Do new technologies affect car maintenance? - OHS Body Shop

Progress does not stand still, and modern vehicles are much more advanced than they were just a decade ago. At the same time, we already cannot imagine our lives without all those sophisticated sensors and detectors, navigation systems, rearview cameras, and other technologies that might have seemed fantastic or luxurious several decades ago but have become an integral part of driving today.

Just to think of it, your parents probably considered AC in a car a luxury back in the day.

But how do all those technologies affect car maintenance, its frequency, costs, and general necessity? Aren’t all those sensors placed there to ensure you that everything is fine and you don’t have to visit the car service that often from now on?

In this article, we shall discuss how new technologies change car maintenance and repairs to debunk some myths and help you get the most out of your vehicle.

What is ADAS, and how does it work?

All the modern technologies most cars have today can be united under the term Advanced Driver Assistance Systems (ADAS). From the very name, you may understand that their main purpose is to make your driving experience easier, safer, and more comfortable.

Those are Bluetooth and Wi-Fi connections, built-in GPS, rear cameras and collision sensors, cruise control, and more.

However, with all the convenience this system brings, it also makes car maintenance and after-collision repairs a bit more complex.

Moreover, there are lots of myths and misconceptions among drivers that often lead to improper maintenance of modern vehicles with ADAS and cause severe safety hazards.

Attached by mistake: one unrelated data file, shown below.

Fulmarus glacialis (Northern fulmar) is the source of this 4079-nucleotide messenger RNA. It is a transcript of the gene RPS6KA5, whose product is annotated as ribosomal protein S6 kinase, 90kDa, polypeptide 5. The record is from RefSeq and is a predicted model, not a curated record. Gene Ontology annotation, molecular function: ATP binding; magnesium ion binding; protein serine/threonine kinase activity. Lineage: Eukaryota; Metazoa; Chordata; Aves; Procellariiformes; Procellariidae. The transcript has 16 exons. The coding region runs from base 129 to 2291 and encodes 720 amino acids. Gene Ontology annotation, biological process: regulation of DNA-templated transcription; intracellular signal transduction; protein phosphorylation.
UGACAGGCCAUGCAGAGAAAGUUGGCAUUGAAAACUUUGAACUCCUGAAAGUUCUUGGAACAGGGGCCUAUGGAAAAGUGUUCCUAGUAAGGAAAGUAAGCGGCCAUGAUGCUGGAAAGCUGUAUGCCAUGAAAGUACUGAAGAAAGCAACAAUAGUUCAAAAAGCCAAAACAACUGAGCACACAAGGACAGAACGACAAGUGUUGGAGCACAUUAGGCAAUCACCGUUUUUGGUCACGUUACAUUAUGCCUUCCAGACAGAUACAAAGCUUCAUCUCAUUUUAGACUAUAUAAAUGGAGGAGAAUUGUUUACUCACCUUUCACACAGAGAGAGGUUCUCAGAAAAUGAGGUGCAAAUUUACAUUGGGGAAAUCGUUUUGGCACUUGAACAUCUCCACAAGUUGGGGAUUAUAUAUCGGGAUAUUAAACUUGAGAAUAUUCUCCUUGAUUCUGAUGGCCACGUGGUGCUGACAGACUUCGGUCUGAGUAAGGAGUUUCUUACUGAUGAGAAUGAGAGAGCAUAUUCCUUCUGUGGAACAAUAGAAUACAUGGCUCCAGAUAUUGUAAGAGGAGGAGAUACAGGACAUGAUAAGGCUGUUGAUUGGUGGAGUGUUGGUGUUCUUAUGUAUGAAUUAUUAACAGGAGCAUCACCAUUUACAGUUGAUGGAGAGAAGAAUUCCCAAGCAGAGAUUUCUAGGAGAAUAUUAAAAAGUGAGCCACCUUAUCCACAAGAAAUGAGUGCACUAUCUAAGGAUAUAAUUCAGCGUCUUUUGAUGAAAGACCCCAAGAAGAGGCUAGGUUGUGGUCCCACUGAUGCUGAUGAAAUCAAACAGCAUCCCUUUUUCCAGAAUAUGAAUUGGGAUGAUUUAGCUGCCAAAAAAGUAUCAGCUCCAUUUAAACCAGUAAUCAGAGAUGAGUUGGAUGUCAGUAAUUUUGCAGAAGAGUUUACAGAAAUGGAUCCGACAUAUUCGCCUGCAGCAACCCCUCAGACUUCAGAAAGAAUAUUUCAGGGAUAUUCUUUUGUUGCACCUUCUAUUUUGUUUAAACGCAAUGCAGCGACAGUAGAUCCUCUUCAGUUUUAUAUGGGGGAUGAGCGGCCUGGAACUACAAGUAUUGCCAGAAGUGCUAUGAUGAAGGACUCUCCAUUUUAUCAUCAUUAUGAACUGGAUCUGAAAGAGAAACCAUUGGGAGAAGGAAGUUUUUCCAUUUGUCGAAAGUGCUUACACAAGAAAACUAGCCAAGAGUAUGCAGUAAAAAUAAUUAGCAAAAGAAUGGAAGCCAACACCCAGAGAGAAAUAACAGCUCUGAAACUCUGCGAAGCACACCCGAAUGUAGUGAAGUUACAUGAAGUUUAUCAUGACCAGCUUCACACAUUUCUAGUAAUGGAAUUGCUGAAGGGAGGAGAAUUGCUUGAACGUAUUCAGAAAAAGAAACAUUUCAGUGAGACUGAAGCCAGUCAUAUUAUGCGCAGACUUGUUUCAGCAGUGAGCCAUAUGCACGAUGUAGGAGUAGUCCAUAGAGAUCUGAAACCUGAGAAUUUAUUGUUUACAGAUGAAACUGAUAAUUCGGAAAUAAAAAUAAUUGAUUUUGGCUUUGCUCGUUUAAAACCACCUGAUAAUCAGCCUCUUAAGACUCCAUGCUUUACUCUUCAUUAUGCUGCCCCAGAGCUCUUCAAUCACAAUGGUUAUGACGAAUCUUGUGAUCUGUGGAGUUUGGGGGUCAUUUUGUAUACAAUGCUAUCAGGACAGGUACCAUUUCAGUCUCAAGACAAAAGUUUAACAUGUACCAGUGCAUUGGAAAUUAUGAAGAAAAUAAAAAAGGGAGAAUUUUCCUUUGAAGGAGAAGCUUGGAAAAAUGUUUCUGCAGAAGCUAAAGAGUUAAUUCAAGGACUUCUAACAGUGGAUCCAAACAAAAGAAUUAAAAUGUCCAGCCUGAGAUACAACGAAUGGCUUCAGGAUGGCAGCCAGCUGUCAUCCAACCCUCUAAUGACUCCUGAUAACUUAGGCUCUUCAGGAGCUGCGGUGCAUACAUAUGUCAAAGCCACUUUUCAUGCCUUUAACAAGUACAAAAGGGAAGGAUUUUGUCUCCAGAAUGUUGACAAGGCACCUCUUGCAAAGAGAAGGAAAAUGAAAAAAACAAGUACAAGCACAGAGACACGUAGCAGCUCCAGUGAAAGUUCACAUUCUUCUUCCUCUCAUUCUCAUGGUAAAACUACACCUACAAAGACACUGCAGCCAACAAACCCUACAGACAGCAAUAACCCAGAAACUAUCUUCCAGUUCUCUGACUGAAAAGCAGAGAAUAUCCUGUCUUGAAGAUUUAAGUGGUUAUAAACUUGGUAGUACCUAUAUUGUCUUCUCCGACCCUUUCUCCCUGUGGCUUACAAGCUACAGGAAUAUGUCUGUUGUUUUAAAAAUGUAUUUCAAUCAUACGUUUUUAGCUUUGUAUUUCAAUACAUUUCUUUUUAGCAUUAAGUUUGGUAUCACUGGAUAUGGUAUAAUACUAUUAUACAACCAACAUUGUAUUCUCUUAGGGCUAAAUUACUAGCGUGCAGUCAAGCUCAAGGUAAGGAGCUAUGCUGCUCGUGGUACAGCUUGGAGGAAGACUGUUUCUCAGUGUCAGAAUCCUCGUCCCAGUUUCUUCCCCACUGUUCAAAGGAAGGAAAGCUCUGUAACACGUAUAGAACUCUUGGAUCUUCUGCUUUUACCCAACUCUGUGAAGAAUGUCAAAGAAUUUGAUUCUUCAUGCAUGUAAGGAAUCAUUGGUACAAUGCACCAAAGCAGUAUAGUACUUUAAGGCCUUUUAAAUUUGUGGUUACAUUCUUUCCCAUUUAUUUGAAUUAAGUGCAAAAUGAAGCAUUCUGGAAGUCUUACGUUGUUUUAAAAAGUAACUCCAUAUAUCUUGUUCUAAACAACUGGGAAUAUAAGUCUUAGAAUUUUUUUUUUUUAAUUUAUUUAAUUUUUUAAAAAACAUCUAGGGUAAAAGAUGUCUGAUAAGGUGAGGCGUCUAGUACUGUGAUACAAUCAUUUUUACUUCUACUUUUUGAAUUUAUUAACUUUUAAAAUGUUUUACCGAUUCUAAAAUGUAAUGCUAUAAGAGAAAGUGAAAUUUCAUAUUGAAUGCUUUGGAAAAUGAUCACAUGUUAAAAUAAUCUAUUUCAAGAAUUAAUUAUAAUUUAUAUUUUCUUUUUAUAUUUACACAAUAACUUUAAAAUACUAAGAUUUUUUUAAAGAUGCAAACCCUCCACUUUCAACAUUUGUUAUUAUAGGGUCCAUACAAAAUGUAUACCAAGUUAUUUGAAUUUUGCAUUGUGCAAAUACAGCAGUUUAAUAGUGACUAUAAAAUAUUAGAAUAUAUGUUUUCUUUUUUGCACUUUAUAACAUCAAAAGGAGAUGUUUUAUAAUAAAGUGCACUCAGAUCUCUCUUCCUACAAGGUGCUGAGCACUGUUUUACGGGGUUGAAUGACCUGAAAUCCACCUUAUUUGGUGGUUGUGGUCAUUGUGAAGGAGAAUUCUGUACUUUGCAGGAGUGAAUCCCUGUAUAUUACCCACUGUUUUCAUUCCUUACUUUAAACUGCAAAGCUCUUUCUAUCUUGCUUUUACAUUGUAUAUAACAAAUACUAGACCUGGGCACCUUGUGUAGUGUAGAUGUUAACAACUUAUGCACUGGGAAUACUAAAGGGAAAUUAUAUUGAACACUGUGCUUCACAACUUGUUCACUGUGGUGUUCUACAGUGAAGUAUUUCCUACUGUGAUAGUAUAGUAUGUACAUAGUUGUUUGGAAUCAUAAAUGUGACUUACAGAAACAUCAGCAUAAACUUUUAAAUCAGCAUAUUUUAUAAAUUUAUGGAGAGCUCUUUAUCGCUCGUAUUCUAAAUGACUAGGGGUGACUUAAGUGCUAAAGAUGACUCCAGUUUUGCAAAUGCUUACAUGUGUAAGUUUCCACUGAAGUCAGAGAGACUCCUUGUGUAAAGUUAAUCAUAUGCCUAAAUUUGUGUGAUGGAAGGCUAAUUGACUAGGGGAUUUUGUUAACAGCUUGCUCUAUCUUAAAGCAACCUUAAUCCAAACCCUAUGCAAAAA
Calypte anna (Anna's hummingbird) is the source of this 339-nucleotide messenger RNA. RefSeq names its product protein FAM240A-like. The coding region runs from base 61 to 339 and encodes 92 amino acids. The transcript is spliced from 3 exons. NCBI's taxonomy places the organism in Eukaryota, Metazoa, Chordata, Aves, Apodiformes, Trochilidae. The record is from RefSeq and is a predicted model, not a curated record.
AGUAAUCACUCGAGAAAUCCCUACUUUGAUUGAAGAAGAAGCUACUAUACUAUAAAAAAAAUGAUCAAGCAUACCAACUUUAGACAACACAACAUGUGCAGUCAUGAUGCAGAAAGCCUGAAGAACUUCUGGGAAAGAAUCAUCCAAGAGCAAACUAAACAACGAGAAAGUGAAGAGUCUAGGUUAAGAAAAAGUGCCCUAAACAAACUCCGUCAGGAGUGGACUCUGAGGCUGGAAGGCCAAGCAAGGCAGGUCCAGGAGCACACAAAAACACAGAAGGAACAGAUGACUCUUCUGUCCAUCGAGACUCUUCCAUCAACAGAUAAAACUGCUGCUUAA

For example, ADAS calibration raises a lot of questions. On the one hand, all the sensors and detectors that make the work of all those sophisticated navigation and safety systems possible are located all over the car’s body, mainly around the bumper area. It means that, theoretically, even a minor collision or damage, such as a trivial fender bender, can compromise their work.

On the other hand, manufacturers claim that not all ADAS sensors are supposed to be calibrated. In fact, the calibration requirements for seemingly the same systems may vary from one vehicle to another. For example, sonar parking sensors may sometimes require calibration, but not always.

In general, every manufacturer would tell you that to ensure that your ADAS works perfectly after a collision, you have to replace your bumper or other body parts with OEM parts. It will definitely come out more expensive.

Another common misconception is how exactly ADAS should be calibrated and how long the procedure may take. Some drivers believe that as soon as the parking sensors make the sound and the rear camera seems to work as before, there is no need for additional check-ups, and if a mechanic insists on calibration, it is some sort of money-pulling scheme.

In fact, proper ADAS calibration takes time and thorough knowledge. The procedure may last anywhere from 1 to 6 hours and require qualified personnel ad special equipment. In some cases, your vehicle may even need pre-scan and post-repair scanning to make sure that all the detectors are aligned precisely the way they were meant to be.

Also, some manufacturers claim that ADAS calibration for their vehicles requires an alignment rack. It means that mobile ADAS calibration services, which are becoming increasingly popular today, may turn out insufficient in some cases.

Do you want to ensure that your vehicle is safe and that all the systems work perfectly? Make sure to address a reliable body shop where qualified experts work according to the highest standards and latest safety requirements.
OHS Body Shop has branches all over Montana’s Greater Flathead Valley, in Kalispell, Whitefish, Columbia Falls and Polson. It provides all sorts of body works, post-collision repairs, and services that guarantee that your car will get back on the road in its best condition.